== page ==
What is Restraint?
Restraint is described as follows in the Oxford Dictionary, “1 (often restraints) a measure or condition that keeps someone or something under control:decisions are made within the financial restraints of the budget
[mass noun] the action of keeping someone or something under control: a policy of restraint in public spending
[mass noun] deprivation or restriction of personal liberty or freedom of movement:he remained aggressive and required physical restraint
a device which limits or prevents freedom of movement:car safety restraints
[mass noun] unemotional, dispassionate, or moderate behaviour; self-control:he urged the protestors to exercise restraint
understatement, especially of artistic expression:with strings and piano, all restraint vanished” ((www.oxforddictionary.com))
One of the first tasks carried out as a group was to ask other members of the class to anonymously write down what aspects of their life cages them and why. This was to see whether the restraints were more physical or emotional and whether any of these were possible aspects we could use in our performance. The results were rather shocking and varied and ranged from family and relationship matters, to eating disorders and exam stress. It was interesting to read how even a tiny problem could make a person feel so caged within their own life.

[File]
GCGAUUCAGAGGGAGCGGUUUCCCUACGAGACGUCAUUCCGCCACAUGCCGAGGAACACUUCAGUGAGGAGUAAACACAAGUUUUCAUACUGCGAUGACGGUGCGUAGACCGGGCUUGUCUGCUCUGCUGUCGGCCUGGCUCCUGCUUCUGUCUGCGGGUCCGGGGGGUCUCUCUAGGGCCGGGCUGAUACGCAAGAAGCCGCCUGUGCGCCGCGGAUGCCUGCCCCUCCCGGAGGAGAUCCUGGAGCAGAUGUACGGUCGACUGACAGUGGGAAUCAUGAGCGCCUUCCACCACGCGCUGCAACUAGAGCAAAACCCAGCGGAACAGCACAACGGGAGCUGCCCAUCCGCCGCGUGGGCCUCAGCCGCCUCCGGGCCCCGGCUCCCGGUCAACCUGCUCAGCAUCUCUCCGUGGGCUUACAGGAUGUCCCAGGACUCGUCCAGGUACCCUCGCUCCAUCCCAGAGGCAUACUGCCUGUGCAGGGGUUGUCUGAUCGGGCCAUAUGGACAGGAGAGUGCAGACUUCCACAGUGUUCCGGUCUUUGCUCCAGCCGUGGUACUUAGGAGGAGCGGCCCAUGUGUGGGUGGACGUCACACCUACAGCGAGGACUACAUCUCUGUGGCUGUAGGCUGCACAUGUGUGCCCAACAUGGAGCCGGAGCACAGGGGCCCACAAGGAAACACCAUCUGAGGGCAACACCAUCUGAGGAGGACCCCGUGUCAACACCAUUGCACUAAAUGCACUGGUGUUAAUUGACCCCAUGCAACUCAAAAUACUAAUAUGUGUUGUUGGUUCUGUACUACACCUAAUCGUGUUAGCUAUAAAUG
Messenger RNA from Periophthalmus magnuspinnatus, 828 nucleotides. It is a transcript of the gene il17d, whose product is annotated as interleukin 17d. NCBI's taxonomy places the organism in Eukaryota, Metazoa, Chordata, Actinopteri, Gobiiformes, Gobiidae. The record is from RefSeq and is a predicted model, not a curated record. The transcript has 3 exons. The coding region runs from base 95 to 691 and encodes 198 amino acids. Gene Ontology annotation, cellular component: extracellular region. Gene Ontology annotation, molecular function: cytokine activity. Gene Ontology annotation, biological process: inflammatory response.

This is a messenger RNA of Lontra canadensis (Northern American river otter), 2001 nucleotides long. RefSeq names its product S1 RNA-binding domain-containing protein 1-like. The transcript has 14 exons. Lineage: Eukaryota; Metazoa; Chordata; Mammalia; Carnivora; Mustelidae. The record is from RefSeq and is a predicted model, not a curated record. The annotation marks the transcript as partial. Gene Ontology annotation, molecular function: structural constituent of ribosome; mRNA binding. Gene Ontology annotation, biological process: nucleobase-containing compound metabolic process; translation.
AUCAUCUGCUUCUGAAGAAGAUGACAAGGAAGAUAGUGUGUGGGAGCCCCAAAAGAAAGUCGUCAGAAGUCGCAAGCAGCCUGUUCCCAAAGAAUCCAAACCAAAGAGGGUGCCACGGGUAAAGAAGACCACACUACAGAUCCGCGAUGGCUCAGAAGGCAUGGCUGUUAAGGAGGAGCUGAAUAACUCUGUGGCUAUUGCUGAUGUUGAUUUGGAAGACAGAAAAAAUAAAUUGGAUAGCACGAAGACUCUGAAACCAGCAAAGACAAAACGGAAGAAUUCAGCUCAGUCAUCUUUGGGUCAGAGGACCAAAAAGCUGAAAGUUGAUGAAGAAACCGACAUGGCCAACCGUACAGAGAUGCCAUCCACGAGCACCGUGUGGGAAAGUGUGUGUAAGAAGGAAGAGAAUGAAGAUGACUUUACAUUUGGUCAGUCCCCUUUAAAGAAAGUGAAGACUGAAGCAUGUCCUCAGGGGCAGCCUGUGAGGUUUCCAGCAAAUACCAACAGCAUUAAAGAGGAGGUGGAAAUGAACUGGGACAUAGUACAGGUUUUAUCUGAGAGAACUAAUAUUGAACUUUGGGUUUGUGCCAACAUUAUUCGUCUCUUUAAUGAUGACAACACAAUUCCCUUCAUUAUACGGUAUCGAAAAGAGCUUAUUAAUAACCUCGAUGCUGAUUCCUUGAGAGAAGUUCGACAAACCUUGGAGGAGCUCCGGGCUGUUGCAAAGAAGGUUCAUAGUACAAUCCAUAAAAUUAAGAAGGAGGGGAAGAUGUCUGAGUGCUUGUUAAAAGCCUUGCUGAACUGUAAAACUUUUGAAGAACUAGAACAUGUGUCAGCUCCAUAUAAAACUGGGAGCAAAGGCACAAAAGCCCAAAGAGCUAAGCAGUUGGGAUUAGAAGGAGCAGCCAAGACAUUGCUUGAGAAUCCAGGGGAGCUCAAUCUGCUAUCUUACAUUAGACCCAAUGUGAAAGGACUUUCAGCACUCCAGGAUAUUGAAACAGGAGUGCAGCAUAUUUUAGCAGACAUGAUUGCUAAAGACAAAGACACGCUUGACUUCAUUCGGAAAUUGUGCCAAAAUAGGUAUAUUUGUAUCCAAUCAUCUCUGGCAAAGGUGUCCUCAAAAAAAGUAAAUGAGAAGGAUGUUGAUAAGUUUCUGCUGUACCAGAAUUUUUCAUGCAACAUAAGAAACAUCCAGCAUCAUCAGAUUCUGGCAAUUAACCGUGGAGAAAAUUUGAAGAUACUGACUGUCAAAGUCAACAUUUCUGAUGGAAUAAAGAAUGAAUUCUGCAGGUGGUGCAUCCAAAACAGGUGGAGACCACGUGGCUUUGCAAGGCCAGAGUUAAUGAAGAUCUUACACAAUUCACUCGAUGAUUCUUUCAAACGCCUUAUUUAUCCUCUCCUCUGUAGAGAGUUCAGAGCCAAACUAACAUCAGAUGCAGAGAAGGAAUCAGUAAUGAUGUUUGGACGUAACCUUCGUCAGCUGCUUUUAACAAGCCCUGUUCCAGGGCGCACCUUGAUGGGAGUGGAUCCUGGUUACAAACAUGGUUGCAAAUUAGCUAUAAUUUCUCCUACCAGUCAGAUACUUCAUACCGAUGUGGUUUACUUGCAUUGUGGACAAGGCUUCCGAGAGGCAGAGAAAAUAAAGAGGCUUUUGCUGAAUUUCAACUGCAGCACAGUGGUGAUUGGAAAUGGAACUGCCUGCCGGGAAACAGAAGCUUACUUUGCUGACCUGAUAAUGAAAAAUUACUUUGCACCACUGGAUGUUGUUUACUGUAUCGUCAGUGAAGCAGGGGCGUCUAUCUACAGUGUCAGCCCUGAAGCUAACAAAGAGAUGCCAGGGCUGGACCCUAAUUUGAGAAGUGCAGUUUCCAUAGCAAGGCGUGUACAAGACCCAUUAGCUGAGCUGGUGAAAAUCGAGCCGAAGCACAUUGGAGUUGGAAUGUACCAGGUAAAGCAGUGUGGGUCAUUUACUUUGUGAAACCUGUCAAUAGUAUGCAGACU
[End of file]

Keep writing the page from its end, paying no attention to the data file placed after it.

In our performance we wanted to use this idea of restraint as the main body of the piece. In order to do this we had to practice by pushing ourselves to the limit and enduring as much pain as we could so that the reaction that the audience would be seeing was as real as the pain we were feeling rather than just pretending to be in discomfort. As Kira O’Reilly had done in many of her performances, then pain the audience was watching was real life pain, as opposed to theatrical pain, which in my opinion is more effective as it enables you to engage with a performer on a more personal level. For safety reasons, myself and Farisai who were blindfolded and restrained, came up with a safe word in order to let Ellie know when our limit had been reached and we were in fact enduring more pain then we could stand to face. From researching the mental asylum at the Lincoln Archives, it was found that a common method of restraint was to outstretch the patients on a board. For re-enactment purposes and to put our own twist on this method of restraint, it was decided that logs and rocks would be used to hold myself and Farisai in the outstretched positions as oppose to simply using a board as we were then incorporating the objects from the LAwn into the piece.